Where usually the cover and art are not the primary influencing factor in my buying a comic, in this case, it definitely “sold” me on at least this issue alone.
I also quite like the fact that the visual style fits the interior; it sometimes feels like the covers can be a distinctly different thing, giving one impression while the interior is a completely different visual style.
I recall liking Romita‘s art some 12/13 years ago on Amazing Spider-Man, JMS‘ run, but as I’d noticed from the previews and now having been through the actual issue, I’m not terribly thrilled with the style with Superman. It’s certainly not bad–and loads better than anything I could ever dream of being able to draw myself–just that for this first issue it doesn’t fit with my preferred visual take on Superman (a la Dan Jurgens, Jim Lee, Ed Benes, to name a few). The art certainly does its job…I’m never really left wondering what’s going on, and there’s nothing that jars me out of the story scratching my head at anatomy or some other quirks that different artists’ styles sometimes have done to me. If you’re a fan of Romita‘s style, this would seem to be a solid example of that, except it’s with DC characters instead of Marvel.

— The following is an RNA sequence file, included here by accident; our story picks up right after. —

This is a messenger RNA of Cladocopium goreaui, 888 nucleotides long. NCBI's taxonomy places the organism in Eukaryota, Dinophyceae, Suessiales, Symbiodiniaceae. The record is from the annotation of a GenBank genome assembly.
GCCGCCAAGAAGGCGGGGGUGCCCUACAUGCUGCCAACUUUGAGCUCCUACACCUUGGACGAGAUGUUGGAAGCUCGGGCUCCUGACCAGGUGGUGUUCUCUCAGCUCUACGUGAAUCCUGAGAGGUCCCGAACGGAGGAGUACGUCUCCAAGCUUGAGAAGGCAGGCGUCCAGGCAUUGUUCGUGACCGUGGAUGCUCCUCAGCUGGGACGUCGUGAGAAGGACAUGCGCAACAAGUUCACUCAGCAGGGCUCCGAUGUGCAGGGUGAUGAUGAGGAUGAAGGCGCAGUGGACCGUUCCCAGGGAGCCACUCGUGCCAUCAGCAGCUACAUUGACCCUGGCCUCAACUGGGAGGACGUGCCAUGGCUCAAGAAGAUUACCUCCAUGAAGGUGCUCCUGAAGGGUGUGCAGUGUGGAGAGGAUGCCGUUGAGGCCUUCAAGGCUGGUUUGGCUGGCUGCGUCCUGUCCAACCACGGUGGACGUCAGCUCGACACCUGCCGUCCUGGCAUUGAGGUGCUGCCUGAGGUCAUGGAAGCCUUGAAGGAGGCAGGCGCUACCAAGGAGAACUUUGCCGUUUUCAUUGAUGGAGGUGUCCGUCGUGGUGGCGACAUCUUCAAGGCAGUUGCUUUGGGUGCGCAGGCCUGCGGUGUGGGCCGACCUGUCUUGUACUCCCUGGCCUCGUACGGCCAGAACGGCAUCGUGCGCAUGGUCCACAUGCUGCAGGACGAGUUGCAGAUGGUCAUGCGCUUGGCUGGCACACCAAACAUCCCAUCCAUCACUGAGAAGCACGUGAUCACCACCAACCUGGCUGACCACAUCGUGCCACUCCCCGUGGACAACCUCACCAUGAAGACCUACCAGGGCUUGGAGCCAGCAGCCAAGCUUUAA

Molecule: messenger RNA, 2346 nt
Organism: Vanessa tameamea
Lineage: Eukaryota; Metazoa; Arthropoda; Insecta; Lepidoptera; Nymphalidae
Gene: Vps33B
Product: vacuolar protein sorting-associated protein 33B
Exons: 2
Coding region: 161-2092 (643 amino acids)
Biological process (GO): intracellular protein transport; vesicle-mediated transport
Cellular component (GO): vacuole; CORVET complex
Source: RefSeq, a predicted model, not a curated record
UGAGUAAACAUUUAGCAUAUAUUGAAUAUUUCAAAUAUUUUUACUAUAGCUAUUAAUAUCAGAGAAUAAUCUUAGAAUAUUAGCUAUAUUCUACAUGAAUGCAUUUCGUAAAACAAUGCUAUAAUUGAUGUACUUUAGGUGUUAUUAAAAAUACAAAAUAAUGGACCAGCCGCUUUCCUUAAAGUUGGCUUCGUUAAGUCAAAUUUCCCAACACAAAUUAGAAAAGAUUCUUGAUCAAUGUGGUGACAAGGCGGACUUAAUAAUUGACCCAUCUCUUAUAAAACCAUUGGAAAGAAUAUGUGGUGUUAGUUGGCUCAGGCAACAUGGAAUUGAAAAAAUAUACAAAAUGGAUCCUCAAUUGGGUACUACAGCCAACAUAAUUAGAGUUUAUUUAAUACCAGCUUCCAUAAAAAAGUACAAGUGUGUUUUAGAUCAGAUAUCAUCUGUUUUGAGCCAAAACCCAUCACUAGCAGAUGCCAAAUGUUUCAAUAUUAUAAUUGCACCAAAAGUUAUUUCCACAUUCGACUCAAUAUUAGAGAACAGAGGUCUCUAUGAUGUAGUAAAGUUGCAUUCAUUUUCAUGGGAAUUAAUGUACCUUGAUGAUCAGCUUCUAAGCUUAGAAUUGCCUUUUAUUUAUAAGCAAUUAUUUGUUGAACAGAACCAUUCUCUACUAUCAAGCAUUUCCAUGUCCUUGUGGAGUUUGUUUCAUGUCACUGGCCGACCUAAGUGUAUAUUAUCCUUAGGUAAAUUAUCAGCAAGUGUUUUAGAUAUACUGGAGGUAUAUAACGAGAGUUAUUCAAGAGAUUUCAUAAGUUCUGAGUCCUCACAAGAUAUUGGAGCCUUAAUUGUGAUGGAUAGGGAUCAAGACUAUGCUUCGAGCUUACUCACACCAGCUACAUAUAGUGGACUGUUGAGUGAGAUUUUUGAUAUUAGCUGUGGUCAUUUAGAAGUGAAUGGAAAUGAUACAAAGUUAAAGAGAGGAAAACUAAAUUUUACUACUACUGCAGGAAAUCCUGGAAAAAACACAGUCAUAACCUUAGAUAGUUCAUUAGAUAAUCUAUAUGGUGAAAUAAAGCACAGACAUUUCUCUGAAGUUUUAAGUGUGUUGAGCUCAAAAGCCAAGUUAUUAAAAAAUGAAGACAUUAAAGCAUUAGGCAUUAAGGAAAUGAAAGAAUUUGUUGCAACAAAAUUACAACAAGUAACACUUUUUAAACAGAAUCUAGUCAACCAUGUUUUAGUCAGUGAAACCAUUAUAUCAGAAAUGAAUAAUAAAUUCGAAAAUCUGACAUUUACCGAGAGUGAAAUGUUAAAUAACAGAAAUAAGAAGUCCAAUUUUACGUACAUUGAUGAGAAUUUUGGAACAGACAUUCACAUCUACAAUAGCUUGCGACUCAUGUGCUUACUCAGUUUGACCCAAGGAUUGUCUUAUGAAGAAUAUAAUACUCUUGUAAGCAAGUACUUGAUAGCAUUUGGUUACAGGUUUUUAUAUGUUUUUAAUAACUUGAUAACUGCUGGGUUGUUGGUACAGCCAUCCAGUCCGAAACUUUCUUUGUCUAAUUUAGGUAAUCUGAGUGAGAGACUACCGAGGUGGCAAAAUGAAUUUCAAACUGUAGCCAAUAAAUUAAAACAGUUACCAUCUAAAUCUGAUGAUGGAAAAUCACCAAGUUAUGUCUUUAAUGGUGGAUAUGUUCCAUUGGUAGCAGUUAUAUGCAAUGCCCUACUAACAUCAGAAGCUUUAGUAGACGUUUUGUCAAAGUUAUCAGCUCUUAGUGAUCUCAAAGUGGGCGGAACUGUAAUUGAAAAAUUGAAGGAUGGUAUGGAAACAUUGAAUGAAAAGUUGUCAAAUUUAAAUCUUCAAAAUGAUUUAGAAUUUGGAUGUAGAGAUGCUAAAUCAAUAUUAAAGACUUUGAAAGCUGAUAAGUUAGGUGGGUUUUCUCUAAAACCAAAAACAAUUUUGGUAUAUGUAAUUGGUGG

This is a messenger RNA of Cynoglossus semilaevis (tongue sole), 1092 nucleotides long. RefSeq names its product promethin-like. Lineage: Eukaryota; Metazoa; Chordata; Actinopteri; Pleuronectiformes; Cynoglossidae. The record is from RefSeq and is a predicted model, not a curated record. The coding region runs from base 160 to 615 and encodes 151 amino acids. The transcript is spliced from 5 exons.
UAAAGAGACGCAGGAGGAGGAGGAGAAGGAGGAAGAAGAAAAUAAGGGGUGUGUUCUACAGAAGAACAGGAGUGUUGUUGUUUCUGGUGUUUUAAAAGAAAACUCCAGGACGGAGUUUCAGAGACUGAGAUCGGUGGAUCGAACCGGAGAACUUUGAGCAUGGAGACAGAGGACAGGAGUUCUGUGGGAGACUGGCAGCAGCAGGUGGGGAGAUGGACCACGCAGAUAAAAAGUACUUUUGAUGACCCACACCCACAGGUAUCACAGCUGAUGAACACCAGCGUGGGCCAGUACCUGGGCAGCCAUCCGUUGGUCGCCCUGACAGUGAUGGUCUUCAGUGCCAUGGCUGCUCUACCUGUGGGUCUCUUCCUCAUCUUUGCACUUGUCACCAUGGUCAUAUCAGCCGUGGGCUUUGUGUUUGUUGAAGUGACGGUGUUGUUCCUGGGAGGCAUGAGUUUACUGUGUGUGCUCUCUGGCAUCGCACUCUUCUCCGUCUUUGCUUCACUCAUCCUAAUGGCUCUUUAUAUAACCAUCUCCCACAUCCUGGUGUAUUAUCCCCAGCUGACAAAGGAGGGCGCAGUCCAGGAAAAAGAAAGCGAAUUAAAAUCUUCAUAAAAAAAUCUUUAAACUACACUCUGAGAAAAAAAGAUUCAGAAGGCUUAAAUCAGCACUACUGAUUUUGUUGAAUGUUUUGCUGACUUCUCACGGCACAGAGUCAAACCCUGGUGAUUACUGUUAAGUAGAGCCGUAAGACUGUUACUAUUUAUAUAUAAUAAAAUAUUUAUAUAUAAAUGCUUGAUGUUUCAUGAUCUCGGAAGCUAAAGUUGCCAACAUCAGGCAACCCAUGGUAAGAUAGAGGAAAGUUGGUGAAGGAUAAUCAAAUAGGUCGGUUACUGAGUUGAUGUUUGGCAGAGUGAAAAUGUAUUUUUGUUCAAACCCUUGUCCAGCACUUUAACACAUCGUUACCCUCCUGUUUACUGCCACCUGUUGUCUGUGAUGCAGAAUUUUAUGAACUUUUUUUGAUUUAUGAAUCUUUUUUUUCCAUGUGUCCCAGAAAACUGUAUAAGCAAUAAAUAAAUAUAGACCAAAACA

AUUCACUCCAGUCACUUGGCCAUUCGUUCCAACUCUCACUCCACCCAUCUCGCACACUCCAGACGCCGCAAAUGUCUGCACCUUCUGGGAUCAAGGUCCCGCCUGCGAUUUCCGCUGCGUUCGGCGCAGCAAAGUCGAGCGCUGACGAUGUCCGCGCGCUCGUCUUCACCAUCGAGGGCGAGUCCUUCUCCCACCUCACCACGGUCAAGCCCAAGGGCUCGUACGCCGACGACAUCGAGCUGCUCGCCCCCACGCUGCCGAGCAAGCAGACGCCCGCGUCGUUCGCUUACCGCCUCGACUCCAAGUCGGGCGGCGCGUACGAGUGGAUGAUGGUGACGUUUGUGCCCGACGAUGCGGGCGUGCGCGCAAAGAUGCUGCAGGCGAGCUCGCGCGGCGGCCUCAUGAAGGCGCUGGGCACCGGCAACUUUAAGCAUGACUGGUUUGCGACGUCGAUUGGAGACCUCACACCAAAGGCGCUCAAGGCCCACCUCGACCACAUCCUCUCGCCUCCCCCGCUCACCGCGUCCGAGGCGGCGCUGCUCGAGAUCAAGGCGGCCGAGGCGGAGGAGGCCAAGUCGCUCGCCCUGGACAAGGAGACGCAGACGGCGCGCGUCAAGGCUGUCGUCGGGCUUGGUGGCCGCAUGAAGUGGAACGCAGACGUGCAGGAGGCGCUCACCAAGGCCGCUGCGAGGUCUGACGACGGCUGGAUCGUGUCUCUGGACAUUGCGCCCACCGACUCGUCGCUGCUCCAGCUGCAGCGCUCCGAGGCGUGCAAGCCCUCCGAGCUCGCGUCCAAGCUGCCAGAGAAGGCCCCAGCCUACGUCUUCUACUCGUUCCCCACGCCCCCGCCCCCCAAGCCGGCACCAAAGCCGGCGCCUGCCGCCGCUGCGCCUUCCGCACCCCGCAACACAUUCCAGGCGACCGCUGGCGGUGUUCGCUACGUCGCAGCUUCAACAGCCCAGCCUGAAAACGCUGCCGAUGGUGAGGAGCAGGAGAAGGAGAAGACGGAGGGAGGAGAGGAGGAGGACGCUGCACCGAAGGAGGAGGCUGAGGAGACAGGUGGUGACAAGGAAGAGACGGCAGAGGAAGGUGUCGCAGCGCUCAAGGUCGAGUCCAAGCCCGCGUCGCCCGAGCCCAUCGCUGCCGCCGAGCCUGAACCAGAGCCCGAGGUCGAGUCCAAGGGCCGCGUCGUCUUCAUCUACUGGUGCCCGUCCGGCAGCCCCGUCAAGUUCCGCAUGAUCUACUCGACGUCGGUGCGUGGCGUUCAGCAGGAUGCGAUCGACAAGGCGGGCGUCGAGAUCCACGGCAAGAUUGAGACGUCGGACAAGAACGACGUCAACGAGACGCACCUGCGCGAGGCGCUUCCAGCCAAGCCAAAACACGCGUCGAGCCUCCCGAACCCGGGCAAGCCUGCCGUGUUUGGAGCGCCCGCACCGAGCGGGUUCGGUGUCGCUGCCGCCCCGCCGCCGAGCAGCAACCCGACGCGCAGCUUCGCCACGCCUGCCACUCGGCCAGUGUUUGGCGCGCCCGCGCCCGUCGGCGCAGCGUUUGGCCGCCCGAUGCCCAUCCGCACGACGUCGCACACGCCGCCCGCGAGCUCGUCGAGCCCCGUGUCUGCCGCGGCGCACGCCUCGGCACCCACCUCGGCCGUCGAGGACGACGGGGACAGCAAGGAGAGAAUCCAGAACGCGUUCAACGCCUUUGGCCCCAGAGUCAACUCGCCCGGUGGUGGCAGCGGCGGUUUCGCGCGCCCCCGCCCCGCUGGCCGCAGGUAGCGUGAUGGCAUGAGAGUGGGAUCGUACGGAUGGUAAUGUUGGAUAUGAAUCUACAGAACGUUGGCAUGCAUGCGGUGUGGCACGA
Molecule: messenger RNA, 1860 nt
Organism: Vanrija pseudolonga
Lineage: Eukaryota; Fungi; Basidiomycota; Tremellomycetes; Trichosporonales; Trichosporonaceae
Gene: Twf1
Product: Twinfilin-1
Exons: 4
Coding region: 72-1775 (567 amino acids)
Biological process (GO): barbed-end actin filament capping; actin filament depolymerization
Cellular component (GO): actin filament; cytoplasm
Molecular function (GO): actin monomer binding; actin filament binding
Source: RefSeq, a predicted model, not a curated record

While Janson‘s name sticks out quite a bit to me, I’m honestly not one that particularly consciously notices inking–linework tends to go together as one thing, with the penciller getting much of the credit. In this case, given just how recognizeable the art is to me as Romita’s style, I’d say the inking maintains the style, complimenting it quite well…it certainly doesn’t detract in any way I notice.